Re: To Brian Breakthrough meds

bg cped on 5/20/01 at 13:02 (048372)

Pain and strong medications like vic, oxycontin, etc. is a tough thing from a Doctors standpoint. They want to help, and there are many patients that need it. I used to be in an office with a pain manag/phyisiatrist. He did a wonderful job and patients loved him. A big problem is patients that are drug shoppers. Last I heard a vic tablet is worth about $4 on the street.
One thing I found odd is that every Monday morning when the receptionist would play the answering machine there would be several calls about getting script re-filled before time.

It was always, my dog ate the bottle, it fell out of my shirt pocket and went into the lake, my bf took them, my kids put them down the toilet, etc. What is even more strange it was ALWAYS the pain meds that got 'lost' never was it anti-inflam meds. Most Doctors are concerned about the patient. Most patients are honest. A Doctor needs to cover hi/her behind because obtaining prescription pain meds under false pretense is a cottage industry

The Doctor had to change script pads from a patient stealing them. My script pads have no DEA number, yet 2 times some ninny stole one out of the room, wrote a script, and tried to use it at the pharmacy.

Re: Help is available

BrianG on 5/21/01 at hrmin (048460)

You actually make some good points, and yes there will always be people who will try to divert pain meds. Does this mean the legitimate person with chronic pain must go without. I would hope not. Each state has guidelines that take all these things into consideration. Unfortunatly most doctors are concerned about covering their behinds, than of helping the patient. If a doctor follows the guidelines, there should be no trouble. It just makes me sick that people are lying at home in agony because their doctor is afraid the prescribe. Do we even want to get into how many people commit suicide because of chronic pain? I know of one such person myself. In fact we may all know of someone, it's just that the true facts hardly ever come out. My doctor told me that he had 4 hours of pain management in med school. Four measley hours!!! Pain management should be right up there with every other type of service the doctors offer. The outlaws cannot be allowed to win this battle. There are many websites available to help anyone that cannot deal with the pain anymore. I'm talking about legal, compassionate help, nothing underground. I'll be glad to point anyone in the right direction.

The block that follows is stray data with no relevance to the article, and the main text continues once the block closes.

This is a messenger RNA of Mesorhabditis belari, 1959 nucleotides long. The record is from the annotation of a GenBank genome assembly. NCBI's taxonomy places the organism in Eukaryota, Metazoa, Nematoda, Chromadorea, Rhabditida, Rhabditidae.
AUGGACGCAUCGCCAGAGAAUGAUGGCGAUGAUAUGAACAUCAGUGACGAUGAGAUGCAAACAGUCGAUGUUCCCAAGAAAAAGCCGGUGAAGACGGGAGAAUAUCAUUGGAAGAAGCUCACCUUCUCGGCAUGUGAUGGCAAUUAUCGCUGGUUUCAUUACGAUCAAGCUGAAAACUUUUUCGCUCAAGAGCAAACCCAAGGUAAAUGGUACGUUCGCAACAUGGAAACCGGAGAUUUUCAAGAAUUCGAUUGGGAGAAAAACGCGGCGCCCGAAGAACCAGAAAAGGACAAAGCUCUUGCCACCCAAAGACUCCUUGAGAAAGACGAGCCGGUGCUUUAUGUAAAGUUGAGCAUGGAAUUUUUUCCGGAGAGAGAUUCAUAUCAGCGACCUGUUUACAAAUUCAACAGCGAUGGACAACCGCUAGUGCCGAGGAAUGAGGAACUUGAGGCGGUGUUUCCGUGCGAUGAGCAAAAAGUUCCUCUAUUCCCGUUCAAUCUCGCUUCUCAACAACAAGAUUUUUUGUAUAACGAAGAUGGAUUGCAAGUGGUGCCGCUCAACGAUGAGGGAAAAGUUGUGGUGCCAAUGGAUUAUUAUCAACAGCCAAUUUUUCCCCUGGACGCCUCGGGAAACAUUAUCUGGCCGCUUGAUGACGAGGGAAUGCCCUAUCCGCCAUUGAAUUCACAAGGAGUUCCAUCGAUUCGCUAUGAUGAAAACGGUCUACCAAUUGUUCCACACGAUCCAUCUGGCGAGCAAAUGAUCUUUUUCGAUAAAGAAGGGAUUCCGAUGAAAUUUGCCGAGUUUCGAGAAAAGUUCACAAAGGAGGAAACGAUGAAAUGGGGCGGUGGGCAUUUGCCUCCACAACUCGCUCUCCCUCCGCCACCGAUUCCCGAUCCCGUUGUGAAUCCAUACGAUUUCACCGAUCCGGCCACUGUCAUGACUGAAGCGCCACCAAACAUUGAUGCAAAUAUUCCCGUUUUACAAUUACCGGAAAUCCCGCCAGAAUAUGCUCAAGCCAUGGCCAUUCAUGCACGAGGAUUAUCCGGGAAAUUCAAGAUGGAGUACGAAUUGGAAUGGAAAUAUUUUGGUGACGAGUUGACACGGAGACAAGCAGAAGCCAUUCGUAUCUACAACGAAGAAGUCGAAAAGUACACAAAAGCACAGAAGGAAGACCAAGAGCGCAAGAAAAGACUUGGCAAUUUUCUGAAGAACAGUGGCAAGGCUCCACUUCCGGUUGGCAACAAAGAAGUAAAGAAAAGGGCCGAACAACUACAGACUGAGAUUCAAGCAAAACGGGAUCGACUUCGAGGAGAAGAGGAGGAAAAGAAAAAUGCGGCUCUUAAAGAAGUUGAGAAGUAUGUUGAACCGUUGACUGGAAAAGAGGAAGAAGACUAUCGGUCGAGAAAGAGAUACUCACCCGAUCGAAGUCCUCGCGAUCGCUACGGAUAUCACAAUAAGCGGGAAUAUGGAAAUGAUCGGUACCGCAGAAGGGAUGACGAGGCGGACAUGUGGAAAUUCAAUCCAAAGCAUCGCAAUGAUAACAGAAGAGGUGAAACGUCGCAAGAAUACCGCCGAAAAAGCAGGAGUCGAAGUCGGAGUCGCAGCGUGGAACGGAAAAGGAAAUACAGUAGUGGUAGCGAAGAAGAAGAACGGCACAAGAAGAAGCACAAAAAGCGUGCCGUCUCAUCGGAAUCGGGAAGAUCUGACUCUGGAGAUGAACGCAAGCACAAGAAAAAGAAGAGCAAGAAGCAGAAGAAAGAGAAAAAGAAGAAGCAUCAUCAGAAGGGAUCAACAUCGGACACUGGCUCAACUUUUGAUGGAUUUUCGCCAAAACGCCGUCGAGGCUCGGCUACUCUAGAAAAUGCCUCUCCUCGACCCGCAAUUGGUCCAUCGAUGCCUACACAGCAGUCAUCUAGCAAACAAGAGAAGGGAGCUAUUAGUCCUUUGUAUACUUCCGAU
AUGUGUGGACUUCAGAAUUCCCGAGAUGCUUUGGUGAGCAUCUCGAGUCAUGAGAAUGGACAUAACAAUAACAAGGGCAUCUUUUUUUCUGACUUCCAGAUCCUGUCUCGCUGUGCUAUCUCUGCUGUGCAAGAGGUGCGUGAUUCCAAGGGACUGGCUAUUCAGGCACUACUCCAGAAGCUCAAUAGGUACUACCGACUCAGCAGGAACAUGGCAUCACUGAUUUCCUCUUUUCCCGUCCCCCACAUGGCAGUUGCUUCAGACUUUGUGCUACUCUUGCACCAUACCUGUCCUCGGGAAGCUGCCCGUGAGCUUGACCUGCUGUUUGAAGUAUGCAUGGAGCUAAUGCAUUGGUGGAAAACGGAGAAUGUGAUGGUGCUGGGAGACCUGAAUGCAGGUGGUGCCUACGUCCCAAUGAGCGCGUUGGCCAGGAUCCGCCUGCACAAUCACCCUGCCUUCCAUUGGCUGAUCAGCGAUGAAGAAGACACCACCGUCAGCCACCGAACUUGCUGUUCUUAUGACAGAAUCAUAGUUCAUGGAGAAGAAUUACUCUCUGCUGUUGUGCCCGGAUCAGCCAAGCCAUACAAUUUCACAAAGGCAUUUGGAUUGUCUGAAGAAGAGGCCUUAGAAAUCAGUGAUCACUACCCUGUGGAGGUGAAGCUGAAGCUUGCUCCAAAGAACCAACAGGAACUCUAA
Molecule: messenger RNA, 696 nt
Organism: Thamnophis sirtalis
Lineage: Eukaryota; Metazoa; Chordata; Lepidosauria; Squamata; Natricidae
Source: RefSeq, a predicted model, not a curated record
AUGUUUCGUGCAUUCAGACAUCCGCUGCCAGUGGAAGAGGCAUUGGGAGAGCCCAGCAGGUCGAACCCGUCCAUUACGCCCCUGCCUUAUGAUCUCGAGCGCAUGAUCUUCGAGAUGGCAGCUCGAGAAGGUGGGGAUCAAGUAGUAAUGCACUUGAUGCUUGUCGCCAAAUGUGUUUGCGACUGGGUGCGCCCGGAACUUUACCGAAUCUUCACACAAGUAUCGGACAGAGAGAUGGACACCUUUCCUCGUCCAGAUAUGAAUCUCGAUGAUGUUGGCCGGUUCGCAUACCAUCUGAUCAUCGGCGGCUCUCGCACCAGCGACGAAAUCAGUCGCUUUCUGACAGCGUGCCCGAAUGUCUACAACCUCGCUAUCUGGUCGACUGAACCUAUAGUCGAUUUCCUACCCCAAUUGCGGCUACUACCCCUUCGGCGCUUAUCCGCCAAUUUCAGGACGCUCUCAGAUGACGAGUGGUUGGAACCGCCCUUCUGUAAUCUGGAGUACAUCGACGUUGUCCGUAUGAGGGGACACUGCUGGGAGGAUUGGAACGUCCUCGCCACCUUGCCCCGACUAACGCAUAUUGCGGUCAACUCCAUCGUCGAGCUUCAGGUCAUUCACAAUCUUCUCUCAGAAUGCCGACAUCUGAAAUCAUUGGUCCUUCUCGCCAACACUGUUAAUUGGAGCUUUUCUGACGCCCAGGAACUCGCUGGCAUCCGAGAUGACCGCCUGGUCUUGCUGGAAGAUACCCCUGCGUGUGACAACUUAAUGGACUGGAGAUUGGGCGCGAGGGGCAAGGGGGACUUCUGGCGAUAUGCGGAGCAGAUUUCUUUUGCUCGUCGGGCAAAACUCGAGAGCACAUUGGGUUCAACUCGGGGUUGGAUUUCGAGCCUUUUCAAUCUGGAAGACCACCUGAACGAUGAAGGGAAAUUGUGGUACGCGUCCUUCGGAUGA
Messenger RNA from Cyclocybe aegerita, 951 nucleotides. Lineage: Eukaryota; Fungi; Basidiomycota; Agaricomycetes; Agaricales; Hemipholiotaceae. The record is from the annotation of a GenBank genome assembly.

BCG

Re: pain meds

Lynn on 5/18/01 at 21:00 (048244)

Personally I found Ultram to be useless for pain after PF surgery. Just my experience.

Re: pain meds

Dr. Biehler on 5/18/01 at 21:08 (048245)

Ultram is a unique drug in the way it works. It is used for pain and for neuropathies. It is not as specific for pain as regular pain drugs, but as an example, it is used for breack through pain in cancer patients. Dr.B.

Re: pain meds

Pauline on 5/19/01 at 07:50 (048259)

Dr. Biehler,
Luckly I've never been in a situation that required heavy pain medication so I don't really understand 'break through pain'. If a person is in extreme pain and on heavy pain medication that is covering the pain when
does 'break through' medication come into play? Would this be used between dosing of the heavier medication? Is break through medication used basicly to control the number and increase in heavier narcotics?

Re: pain meds

Dr. Biehler on 5/19/01 at 10:46 (048272)

Break through pain can happen inbetween regular doses of pain medication ( such as for cancer patients ). Ultram can control pain but is not as effective as codine with tylenol. Ultram does have other properties that codine doe not have, this is what makes Ultram valuable. Dr. B.

Re: Breakthrough pain

wendyn on 5/19/01 at 11:12 (048278)

I had never heard of it till 3 years ago. Our friend with cancer (was in his bones/lungs/liver) was in A LOT of pain. He was on high doses of something similar to morphine, plus he had similar pills for 'breakthrough pain' - pain that was too much, and happened between the big doses.

Re: Breakthrough meds

BrianG on 5/19/01 at 18:30 (048311)

Hi Pauline,